The incoming head of a House of Representatives panel overseeing the Obama White House on Thursday called for pulling the plug on a widely criticized program to help struggling borrowers stay in their homes.
This program seems to have outlived its usefulness, Representative Darrell Issa, the top Republican on the House Oversight and Government Reform Committee said, referring to the administration's Home Affordable Modification Program,
Issa, who is expected to head the panel when Republicans take control of the House in January, made the comments at a hearing of the House Judiciary Committee.
Issa said the program, which has helped just under 500,000 homeowners get permanent loan modifications, has only managed to provide payments to financial institutions which would have modified those loans without the government's money.
Treasury launched HAMP to try to find a way to reduce mortgage payments for struggling homeowners who wanted to keep their homes but who were at imminent risk of foreclosure.
But it is widely regarded as a flawed program. Lawmakers say it is failing to ease the strain on households where incomes have been sapped by slow economic growth, high unemployment and red tape imposed by banks that makes it hard to meet all the hurdles for a temporary or permanent reduction in monthly payments.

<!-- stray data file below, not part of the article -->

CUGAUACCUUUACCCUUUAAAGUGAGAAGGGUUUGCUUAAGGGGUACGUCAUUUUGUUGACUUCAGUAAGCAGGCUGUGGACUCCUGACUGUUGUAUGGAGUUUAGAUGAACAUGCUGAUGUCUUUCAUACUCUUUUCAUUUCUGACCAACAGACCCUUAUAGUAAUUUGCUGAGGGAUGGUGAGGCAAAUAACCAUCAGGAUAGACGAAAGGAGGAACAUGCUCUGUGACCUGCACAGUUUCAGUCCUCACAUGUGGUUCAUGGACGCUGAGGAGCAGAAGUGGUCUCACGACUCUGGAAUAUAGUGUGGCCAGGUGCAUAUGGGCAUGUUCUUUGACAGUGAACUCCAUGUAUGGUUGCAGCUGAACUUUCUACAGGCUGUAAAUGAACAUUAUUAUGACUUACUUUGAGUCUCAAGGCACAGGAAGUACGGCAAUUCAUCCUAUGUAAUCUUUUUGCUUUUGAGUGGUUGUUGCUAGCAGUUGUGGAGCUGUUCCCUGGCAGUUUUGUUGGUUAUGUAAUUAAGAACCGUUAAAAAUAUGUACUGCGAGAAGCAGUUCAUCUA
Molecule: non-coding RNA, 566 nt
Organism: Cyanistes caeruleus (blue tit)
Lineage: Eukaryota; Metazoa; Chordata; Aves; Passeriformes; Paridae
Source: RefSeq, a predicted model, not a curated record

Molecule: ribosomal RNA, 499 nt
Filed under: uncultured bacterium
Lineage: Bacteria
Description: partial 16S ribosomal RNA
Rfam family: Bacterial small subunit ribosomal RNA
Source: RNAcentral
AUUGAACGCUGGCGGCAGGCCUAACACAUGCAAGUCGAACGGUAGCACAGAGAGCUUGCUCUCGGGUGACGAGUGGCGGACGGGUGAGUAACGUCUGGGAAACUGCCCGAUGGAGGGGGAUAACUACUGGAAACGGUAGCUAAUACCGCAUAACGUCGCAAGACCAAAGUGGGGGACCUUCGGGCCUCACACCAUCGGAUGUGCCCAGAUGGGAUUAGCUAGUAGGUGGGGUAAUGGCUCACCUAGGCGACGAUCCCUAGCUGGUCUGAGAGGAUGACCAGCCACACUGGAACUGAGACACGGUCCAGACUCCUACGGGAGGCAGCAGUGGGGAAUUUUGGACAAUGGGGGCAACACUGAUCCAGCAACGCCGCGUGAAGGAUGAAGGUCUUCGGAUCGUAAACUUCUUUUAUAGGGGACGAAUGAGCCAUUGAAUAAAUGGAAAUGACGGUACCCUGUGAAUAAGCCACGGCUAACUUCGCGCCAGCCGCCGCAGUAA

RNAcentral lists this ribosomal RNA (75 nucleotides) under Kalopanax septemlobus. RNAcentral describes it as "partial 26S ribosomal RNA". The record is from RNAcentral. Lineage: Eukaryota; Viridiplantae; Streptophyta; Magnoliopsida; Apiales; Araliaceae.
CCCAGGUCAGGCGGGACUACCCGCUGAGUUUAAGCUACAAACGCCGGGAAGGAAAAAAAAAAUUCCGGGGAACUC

Phyllis Caldwell, who heads the Treasury Department's Homeownership Preservation Office, said the mere existence of HAMP has changed the way mortgage servicers, firms which collect loan payments, modify loans.
Treasury's HAMP was not alone in the line of fire.
Panel members slammed regulators for not paying close enough attention to documentation problems that have led to the robo-signing controversy.
The still struggling housing market has been further weakened by allegations that banks have used robo-signers to sign hundreds of foreclosure documents a day without proper legal review.
Can you explain how the OCC which regulates the large banks that are at the center of this controversy failed to detect that there were foreclosure documentation issues well before this turned into a crisis that we find has gummed up the entire works here and caused problems for families, problems for people who want to buy homes, has really altered the entire real estate market in the country, Representative Robert Goodlatte asked a top lawyer at the Office of the Comptroller of the Currency, which supervises the largest U.S. banks.
Julie Williams, chief counsel at the OCC, said her agency was focused on supervisory efforts of the loan modification process.
There were no warning signs from internal audit, quality control, or even complaints relating to the foreclosure documentation aspect of mortgage servicing that were triggering red lights for us, Williams said, adding that she learned of the controversy from press accounts.
In hindsight, if we think about the volume of transactions that were going through the process, we could have been more suspicious there might be problems, Williams said.
Federal bank regulators and all 50 state attorneys general are probing Bank of America , JPMorgan , and other major mortgage servicers, many of whom temporarily halted foreclosures to examine their practices, only to then resume them.
(Reporting by Corbett B. Daly, Editing by Chizu Nomiyama)